International Conference on Rain Water Cistern Systems
St Thomas, Virgin
Islands - June, 1984
E: Quality Considerations
Heavy Metals In The
Drinking Water From Cisterns Supplying Single-Family Dwellings On St. Maarten
Department of Environmental Regulation Florida, USA
Florida Institute of Technology USA
The concentrations of zinc, lead, chromium and cadmium in 46 cistern water
supply systems from single-family dwellings on St. Maarten, Netherlands Antilles,
were evaluated with respect to U.S. drinking water standards. These heavy metal
concentrations were considerably below U.S. drinking water limits Samples from
kitchen taps showed release of zinc, lead and cadmium had occurred in t -e distribution
system (pressure tank and supply lines) with lead and cadmium exceeding the U.S.
drinking water standard for 6.5%: and 2.2% of the cisterns, respectively. The
release of these metals in the distribution system was not related to the corrosiveness
of the cistern water.
Inputs of zinc and lead from aerial and corrosion sources were removed from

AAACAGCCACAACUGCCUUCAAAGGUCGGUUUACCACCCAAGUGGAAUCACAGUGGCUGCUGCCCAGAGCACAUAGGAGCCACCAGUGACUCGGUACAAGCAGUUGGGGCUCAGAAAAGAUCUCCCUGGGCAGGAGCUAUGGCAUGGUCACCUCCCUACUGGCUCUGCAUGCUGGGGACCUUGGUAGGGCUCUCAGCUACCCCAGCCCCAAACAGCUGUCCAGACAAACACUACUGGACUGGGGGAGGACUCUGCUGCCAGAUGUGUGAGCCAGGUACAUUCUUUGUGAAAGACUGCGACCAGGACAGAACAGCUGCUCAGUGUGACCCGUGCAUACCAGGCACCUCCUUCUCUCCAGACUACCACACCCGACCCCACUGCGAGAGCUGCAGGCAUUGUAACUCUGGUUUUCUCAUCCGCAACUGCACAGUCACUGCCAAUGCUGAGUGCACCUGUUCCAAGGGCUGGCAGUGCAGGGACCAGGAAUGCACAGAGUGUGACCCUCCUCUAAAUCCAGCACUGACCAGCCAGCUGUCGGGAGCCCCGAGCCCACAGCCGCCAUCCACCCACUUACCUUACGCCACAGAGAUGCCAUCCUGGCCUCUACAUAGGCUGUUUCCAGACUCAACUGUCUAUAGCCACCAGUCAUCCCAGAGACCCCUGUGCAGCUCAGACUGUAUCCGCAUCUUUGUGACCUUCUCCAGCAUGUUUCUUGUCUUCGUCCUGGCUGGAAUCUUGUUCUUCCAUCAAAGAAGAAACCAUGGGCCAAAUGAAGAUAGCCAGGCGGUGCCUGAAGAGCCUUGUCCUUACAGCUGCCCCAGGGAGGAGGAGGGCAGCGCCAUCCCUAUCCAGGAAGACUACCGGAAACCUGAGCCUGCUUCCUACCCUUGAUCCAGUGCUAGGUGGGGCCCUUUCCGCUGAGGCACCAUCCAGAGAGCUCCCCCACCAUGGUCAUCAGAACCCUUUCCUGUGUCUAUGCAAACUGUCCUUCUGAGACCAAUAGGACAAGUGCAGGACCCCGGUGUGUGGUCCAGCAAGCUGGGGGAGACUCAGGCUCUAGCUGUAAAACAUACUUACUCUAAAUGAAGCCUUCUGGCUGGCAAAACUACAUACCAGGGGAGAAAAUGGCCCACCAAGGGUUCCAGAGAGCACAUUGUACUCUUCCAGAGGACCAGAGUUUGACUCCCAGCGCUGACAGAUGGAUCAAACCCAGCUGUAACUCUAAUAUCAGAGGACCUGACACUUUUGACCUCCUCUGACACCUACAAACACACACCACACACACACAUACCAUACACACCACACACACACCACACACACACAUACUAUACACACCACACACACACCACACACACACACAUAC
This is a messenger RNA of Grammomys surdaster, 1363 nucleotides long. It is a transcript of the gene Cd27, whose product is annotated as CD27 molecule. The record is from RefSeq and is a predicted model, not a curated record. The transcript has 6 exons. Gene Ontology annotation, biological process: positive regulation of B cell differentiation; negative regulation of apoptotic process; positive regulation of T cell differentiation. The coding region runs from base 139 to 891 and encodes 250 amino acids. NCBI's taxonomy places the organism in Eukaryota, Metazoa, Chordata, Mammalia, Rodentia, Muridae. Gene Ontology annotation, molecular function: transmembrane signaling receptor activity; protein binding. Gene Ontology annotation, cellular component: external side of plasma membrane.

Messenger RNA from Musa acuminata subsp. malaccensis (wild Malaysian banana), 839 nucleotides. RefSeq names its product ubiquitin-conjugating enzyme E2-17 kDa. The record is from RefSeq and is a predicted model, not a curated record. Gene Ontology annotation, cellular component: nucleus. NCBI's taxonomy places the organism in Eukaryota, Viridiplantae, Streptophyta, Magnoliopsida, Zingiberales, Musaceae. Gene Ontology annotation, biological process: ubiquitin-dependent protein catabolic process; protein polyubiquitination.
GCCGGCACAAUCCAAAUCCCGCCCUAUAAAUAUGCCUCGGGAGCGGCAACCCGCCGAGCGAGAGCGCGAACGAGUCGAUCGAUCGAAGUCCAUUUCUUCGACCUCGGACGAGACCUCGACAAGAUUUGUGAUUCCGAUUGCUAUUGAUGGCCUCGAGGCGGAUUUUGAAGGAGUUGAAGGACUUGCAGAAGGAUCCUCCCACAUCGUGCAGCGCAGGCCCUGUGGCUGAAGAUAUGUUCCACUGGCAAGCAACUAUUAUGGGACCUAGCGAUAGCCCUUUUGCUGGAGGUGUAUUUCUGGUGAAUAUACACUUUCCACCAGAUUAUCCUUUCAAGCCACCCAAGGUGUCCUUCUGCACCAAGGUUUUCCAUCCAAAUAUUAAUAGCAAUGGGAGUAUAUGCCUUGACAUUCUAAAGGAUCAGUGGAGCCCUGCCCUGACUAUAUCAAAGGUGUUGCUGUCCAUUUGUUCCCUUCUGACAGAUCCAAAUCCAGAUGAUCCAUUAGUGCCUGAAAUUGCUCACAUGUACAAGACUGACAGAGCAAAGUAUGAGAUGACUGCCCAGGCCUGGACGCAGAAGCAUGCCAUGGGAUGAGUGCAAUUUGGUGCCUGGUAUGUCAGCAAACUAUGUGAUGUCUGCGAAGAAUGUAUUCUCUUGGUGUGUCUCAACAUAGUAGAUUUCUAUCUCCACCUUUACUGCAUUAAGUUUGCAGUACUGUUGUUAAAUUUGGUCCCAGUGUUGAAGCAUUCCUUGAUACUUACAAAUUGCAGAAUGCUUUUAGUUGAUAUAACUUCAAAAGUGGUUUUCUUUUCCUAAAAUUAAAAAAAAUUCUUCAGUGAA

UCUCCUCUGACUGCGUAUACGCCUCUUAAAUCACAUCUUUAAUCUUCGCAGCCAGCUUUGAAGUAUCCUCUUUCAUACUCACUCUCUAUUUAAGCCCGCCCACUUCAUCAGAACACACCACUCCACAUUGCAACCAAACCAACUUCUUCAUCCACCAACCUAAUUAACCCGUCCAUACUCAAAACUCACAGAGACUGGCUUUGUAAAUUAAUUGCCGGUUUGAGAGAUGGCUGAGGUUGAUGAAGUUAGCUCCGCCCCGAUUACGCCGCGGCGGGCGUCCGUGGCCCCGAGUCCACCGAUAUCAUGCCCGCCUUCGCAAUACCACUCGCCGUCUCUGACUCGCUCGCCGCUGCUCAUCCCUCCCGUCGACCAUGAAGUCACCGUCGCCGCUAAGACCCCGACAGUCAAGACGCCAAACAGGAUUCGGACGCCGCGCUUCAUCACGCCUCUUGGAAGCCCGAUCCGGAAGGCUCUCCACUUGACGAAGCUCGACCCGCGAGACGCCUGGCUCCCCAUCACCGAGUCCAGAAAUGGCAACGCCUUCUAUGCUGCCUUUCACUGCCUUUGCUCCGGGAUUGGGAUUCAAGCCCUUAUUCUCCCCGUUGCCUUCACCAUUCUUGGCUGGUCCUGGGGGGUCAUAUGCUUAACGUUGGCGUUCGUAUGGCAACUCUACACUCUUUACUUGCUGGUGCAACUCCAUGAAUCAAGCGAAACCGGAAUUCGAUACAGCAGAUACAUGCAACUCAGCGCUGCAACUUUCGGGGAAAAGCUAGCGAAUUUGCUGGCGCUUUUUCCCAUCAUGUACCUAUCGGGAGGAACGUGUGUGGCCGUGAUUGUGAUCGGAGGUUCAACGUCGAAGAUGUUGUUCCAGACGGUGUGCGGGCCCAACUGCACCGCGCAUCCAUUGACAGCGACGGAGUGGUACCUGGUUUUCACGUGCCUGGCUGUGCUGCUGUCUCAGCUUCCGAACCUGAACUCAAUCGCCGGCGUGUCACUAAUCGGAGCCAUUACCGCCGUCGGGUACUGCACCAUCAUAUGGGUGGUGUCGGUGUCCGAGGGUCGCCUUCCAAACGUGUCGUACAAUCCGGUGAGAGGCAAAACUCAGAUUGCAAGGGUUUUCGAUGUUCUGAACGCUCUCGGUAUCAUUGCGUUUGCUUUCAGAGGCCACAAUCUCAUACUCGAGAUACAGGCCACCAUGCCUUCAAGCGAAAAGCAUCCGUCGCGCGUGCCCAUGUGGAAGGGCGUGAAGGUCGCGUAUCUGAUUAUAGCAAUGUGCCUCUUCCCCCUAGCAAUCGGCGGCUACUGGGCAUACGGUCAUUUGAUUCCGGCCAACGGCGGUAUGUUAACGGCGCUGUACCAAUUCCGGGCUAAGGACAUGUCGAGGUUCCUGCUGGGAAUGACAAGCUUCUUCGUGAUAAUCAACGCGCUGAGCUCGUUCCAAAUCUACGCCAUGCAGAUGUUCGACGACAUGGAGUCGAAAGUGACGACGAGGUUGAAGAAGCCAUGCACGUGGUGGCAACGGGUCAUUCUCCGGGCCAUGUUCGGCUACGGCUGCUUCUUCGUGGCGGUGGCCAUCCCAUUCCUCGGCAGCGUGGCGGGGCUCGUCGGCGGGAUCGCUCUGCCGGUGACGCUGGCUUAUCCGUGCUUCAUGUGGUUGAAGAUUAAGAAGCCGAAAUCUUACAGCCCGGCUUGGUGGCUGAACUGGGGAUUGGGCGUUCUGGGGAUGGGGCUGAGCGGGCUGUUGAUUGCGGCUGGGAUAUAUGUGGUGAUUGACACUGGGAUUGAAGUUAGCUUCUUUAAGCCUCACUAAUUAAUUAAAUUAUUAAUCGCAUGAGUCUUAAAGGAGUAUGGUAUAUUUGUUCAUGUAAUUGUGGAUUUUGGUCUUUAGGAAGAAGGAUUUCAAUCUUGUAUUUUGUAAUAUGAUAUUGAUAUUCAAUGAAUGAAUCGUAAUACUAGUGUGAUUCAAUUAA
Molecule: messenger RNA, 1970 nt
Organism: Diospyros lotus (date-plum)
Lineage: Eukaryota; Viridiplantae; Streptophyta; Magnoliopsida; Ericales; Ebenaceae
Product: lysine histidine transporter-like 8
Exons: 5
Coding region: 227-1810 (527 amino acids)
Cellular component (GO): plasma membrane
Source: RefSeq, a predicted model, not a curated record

the water column to the cistern sediments. Substantial increases in pH, calcium
and alkalinity occurred as the unbuffered and corrosive rainwater came into contact
with the cistern masonry. The cistern water remained mildly corrosive after contact
with the concrete structure. The measured concentrations of each metal were in
close agreement with the calculated thermodynamic equilibrium concentrations.
PDF of full document (24pp,
|Note: The IRCSA proceedings
section is still new and under active management, If you find any problems,
ommissions or corrections please contact
the administrator so we can put things right.